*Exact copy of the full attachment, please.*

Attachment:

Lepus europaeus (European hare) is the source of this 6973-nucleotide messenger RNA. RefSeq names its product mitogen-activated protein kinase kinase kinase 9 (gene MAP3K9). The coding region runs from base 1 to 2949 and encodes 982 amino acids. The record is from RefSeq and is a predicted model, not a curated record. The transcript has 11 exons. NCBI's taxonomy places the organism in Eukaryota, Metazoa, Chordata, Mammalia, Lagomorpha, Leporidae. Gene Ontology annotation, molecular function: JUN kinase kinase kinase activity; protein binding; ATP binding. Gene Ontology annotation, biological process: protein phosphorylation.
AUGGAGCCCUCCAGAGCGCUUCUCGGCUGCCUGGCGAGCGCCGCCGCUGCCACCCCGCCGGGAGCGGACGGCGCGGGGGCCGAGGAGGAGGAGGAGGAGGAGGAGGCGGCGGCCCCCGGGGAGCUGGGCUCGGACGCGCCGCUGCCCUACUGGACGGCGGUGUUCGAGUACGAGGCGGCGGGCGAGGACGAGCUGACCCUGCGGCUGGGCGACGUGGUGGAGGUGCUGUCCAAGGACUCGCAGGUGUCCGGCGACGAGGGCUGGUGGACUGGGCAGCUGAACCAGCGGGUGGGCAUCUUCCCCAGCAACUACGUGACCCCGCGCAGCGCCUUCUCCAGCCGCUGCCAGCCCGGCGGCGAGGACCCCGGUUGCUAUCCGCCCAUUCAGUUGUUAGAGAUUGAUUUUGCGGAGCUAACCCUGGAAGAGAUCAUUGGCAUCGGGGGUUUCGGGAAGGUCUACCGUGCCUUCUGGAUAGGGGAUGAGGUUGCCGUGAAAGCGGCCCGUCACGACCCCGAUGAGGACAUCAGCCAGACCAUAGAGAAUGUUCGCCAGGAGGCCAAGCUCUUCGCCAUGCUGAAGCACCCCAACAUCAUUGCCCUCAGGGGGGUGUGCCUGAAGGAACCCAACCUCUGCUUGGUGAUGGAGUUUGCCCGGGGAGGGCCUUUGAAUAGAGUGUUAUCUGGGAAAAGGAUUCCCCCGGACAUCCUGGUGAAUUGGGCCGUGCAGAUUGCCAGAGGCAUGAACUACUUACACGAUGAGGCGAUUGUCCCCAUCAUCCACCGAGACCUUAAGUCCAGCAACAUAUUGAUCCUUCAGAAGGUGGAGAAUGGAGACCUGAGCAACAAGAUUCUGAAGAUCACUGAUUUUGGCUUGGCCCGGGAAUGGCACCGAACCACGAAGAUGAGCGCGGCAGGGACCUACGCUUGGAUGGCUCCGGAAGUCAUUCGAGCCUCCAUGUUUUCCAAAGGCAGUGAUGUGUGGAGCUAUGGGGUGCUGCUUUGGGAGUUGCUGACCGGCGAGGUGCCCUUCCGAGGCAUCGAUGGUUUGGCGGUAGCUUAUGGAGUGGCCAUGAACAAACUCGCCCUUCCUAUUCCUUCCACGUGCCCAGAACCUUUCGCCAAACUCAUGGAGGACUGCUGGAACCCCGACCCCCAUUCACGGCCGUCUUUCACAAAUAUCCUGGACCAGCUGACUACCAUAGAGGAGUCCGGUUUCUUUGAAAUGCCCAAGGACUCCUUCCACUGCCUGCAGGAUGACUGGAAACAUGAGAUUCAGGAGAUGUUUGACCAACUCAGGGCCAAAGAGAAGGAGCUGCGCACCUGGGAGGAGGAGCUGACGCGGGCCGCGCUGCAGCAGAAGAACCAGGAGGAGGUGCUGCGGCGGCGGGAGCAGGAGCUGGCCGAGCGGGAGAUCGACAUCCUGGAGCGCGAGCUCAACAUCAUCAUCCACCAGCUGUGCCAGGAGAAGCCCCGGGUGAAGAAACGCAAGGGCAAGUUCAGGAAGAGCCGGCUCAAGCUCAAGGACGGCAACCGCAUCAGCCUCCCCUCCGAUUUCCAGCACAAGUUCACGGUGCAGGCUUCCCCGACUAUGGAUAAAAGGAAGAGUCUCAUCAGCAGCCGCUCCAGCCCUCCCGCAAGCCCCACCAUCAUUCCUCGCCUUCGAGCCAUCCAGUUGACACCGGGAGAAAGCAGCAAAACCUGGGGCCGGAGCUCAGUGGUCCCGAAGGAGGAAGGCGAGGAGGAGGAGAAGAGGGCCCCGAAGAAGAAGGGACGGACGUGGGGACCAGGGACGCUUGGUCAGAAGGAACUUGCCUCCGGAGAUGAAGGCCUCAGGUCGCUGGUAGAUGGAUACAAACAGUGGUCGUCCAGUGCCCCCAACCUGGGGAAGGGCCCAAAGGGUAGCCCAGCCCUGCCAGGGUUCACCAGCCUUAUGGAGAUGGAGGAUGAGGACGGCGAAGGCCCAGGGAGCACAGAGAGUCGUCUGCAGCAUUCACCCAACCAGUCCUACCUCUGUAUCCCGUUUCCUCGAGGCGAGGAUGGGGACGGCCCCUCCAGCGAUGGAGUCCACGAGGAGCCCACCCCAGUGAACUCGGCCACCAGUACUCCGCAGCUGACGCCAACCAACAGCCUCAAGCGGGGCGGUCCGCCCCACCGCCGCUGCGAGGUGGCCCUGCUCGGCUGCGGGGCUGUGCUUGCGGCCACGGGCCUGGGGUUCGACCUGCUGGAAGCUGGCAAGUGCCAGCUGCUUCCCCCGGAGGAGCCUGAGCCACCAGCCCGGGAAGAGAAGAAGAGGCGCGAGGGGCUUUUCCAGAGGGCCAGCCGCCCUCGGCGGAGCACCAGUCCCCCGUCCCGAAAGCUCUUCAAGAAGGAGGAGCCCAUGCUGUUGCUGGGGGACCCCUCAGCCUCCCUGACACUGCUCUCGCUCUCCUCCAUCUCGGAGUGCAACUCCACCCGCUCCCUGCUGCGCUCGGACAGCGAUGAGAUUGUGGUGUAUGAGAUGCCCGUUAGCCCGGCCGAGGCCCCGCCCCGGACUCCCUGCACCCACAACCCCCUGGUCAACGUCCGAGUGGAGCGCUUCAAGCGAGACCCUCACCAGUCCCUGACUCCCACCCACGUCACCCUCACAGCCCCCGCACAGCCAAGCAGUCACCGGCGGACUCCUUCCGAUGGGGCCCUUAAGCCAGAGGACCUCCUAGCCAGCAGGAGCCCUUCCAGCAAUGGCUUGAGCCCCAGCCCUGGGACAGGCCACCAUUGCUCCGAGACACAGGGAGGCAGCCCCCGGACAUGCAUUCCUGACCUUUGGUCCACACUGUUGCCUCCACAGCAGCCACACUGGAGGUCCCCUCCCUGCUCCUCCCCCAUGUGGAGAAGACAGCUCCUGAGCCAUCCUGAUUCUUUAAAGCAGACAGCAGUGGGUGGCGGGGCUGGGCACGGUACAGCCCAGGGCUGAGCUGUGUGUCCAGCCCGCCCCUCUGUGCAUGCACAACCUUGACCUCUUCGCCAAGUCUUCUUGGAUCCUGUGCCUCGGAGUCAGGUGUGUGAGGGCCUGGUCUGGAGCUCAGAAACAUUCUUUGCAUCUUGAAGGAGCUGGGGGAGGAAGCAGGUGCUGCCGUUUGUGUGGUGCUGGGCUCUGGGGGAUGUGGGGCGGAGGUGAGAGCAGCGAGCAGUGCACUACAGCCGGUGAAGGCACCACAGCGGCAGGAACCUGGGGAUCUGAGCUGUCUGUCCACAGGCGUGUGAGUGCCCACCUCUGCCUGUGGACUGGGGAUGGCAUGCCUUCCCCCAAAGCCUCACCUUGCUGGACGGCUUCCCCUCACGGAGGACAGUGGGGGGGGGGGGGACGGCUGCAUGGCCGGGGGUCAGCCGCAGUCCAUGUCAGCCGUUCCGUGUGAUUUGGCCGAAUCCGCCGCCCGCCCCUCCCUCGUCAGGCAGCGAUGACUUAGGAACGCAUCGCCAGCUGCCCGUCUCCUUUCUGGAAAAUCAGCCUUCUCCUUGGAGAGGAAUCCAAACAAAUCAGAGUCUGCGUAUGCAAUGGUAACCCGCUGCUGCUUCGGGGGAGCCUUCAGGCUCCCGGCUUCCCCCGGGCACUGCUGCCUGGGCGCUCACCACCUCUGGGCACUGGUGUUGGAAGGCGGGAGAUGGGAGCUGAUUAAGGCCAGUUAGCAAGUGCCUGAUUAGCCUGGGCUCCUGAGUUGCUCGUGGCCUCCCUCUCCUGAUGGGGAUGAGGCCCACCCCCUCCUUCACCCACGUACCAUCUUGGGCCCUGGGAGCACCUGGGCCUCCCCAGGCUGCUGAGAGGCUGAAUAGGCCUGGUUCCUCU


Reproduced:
Lepus europaeus (European hare) is the source of this 6973-nucleotide messenger RNA. RefSeq names its product mitogen-activated protein kinase kinase kinase 9 (gene MAP3K9). The coding region runs from base 1 to 2949 and encodes 982 amino acids. The record is from RefSeq and is a predicted model, not a curated record. The transcript has 11 exons. NCBI's taxonomy places the organism in Eukaryota, Metazoa, Chordata, Mammalia, Lagomorpha, Leporidae. Gene Ontology annotation, molecular function: JUN kinase kinase kinase activity; protein binding; ATP binding. Gene Ontology annotation, biological process: protein phosphorylation.
AUGGAGCCCUCCAGAGCGCUUCUCGGCUGCCUGGCGAGCGCCGCCGCUGCCACCCCGCCGGGAGCGGACGGCGCGGGGGCCGAGGAGGAGGAGGAGGAGGAGGAGGCGGCGGCCCCCGGGGAGCUGGGCUCGGACGCGCCGCUGCCCUACUGGACGGCGGUGUUCGAGUACGAGGCGGCGGGCGAGGACGAGCUGACCCUGCGGCUGGGCGACGUGGUGGAGGUGCUGUCCAAGGACUCGCAGGUGUCCGGCGACGAGGGCUGGUGGACUGGGCAGCUGAACCAGCGGGUGGGCAUCUUCCCCAGCAACUACGUGACCCCGCGCAGCGCCUUCUCCAGCCGCUGCCAGCCCGGCGGCGAGGACCCCGGUUGCUAUCCGCCCAUUCAGUUGUUAGAGAUUGAUUUUGCGGAGCUAACCCUGGAAGAGAUCAUUGGCAUCGGGGGUUUCGGGAAGGUCUACCGUGCCUUCUGGAUAGGGGAUGAGGUUGCCGUGAAAGCGGCCCGUCACGACCCCGAUGAGGACAUCAGCCAGACCAUAGAGAAUGUUCGCCAGGAGGCCAAGCUCUUCGCCAUGCUGAAGCACCCCAACAUCAUUGCCCUCAGGGGGGUGUGCCUGAAGGAACCCAACCUCUGCUUGGUGAUGGAGUUUGCCCGGGGAGGGCCUUUGAAUAGAGUGUUAUCUGGGAAAAGGAUUCCCCCGGACAUCCUGGUGAAUUGGGCCGUGCAGAUUGCCAGAGGCAUGAACUACUUACACGAUGAGGCGAUUGUCCCCAUCAUCCACCGAGACCUUAAGUCCAGCAACAUAUUGAUCCUUCAGAAGGUGGAGAAUGGAGACCUGAGCAACAAGAUUCUGAAGAUCACUGAUUUUGGCUUGGCCCGGGAAUGGCACCGAACCACGAAGAUGAGCGCGGCAGGGACCUACGCUUGGAUGGCUCCGGAAGUCAUUCGAGCCUCCAUGUUUUCCAAAGGCAGUGAUGUGUGGAGCUAUGGGGUGCUGCUUUGGGAGUUGCUGACCGGCGAGGUGCCCUUCCGAGGCAUCGAUGGUUUGGCGGUAGCUUAUGGAGUGGCCAUGAACAAACUCGCCCUUCCUAUUCCUUCCACGUGCCCAGAACCUUUCGCCAAACUCAUGGAGGACUGCUGGAACCCCGACCCCCAUUCACGGCCGUCUUUCACAAAUAUCCUGGACCAGCUGACUACCAUAGAGGAGUCCGGUUUCUUUGAAAUGCCCAAGGACUCCUUCCACUGCCUGCAGGAUGACUGGAAACAUGAGAUUCAGGAGAUGUUUGACCAACUCAGGGCCAAAGAGAAGGAGCUGCGCACCUGGGAGGAGGAGCUGACGCGGGCCGCGCUGCAGCAGAAGAACCAGGAGGAGGUGCUGCGGCGGCGGGAGCAGGAGCUGGCCGAGCGGGAGAUCGACAUCCUGGAGCGCGAGCUCAACAUCAUCAUCCACCAGCUGUGCCAGGAGAAGCCCCGGGUGAAGAAACGCAAGGGCAAGUUCAGGAAGAGCCGGCUCAAGCUCAAGGACGGCAACCGCAUCAGCCUCCCCUCCGAUUUCCAGCACAAGUUCACGGUGCAGGCUUCCCCGACUAUGGAUAAAAGGAAGAGUCUCAUCAGCAGCCGCUCCAGCCCUCCCGCAAGCCCCACCAUCAUUCCUCGCCUUCGAGCCAUCCAGUUGACACCGGGAGAAAGCAGCAAAACCUGGGGCCGGAGCUCAGUGGUCCCGAAGGAGGAAGGCGAGGAGGAGGAGAAGAGGGCCCCGAAGAAGAAGGGACGGACGUGGGGACCAGGGACGCUUGGUCAGAAGGAACUUGCCUCCGGAGAUGAAGGCCUCAGGUCGCUGGUAGAUGGAUACAAACAGUGGUCGUCCAGUGCCCCCAACCUGGGGAAGGGCCCAAAGGGUAGCCCAGCCCUGCCAGGGUUCACCAGCCUUAUGGAGAUGGAGGAUGAGGACGGCGAAGGCCCAGGGAGCACAGAGAGUCGUCUGCAGCAUUCACCCAACCAGUCCUACCUCUGUAUCCCGUUUCCUCGAGGCGAGGAUGGGGACGGCCCCUCCAGCGAUGGAGUCCACGAGGAGCCCACCCCAGUGAACUCGGCCACCAGUACUCCGCAGCUGACGCCAACCAACAGCCUCAAGCGGGGCGGUCCGCCCCACCGCCGCUGCGAGGUGGCCCUGCUCGGCUGCGGGGCUGUGCUUGCGGCCACGGGCCUGGGGUUCGACCUGCUGGAAGCUGGCAAGUGCCAGCUGCUUCCCCCGGAGGAGCCUGAGCCACCAGCCCGGGAAGAGAAGAAGAGGCGCGAGGGGCUUUUCCAGAGGGCCAGCCGCCCUCGGCGGAGCACCAGUCCCCCGUCCCGAAAGCUCUUCAAGAAGGAGGAGCCCAUGCUGUUGCUGGGGGACCCCUCAGCCUCCCUGACACUGCUCUCGCUCUCCUCCAUCUCGGAGUGCAACUCCACCCGCUCCCUGCUGCGCUCGGACAGCGAUGAGAUUGUGGUGUAUGAGAUGCCCGUUAGCCCGGCCGAGGCCCCGCCCCGGACUCCCUGCACCCACAACCCCCUGGUCAACGUCCGAGUGGAGCGCUUCAAGCGAGACCCUCACCAGUCCCUGACUCCCACCCACGUCACCCUCACAGCCCCCGCACAGCCAAGCAGUCACCGGCGGACUCCUUCCGAUGGGGCCCUUAAGCCAGAGGACCUCCUAGCCAGCAGGAGCCCUUCCAGCAAUGGCUUGAGCCCCAGCCCUGGGACAGGCCACCAUUGCUCCGAGACACAGGGAGGCAGCCCCCGGACAUGCAUUCCUGACCUUUGGUCCACACUGUUGCCUCCACAGCAGCCACACUGGAGGUCCCCUCCCUGCUCCUCCCCCAUGUGGAGAAGACAGCUCCUGAGCCAUCCUGAUUCUUUAAAGCAGACAGCAGUGGGUGGCGGGGCUGGGCACGGUACAGCCCAGGGCUGAGCUGUGUGUCCAGCCCGCCCCUCUGUGCAUGCACAACCUUGACCUCUUCGCCAAGUCUUCUUGGAUCCUGUGCCUCGGAGUCAGGUGUGUGAGGGCCUGGUCUGGAGCUCAGAAACAUUCUUUGCAUCUUGAAGGAGCUGGGGGAGGAAGCAGGUGCUGCCGUUUGUGUGGUGCUGGGCUCUGGGGGAUGUGGGGCGGAGGUGAGAGCAGCGAGCAGUGCACUACAGCCGGUGAAGGCACCACAGCGGCAGGAACCUGGGGAUCUGAGCUGUCUGUCCACAGGCGUGUGAGUGCCCACCUCUGCCUGUGGACUGGGGAUGGCAUGCCUUCCCCCAAAGCCUCACCUUGCUGGACGGCUUCCCCUCACGGAGGACAGUGGGGGGGGGGGGGACGGCUGCAUGGCCGGGGGUCAGCCGCAGUCCAUGUCAGCCGUUCCGUGUGAUUUGGCCGAAUCCGCCGCCCGCCCCUCCCUCGUCAGGCAGCGAUGACUUAGGAACGCAUCGCCAGCUGCCCGUCUCCUUUCUGGAAAAUCAGCCUUCUCCUUGGAGAGGAAUCCAAACAAAUCAGAGUCUGCGUAUGCAAUGGUAACCCGCUGCUGCUUCGGGGGAGCCUUCAGGCUCCCGGCUUCCCCCGGGCACUGCUGCCUGGGCGCUCACCACCUCUGGGCACUGGUGUUGGAAGGCGGGAGAUGGGAGCUGAUUAAGGCCAGUUAGCAAGUGCCUGAUUAGCCUGGGCUCCUGAGUUGCUCGUGGCCUCCCUCUCCUGAUGGGGAUGAGGCCCACCCCCUCCUUCACCCACGUACCAUCUUGGGCCCUGGGAGCACCUGGGCCUCCCCAGGCUGCUGAGAGGCUGAAUAGGCCUGGUUCCUCU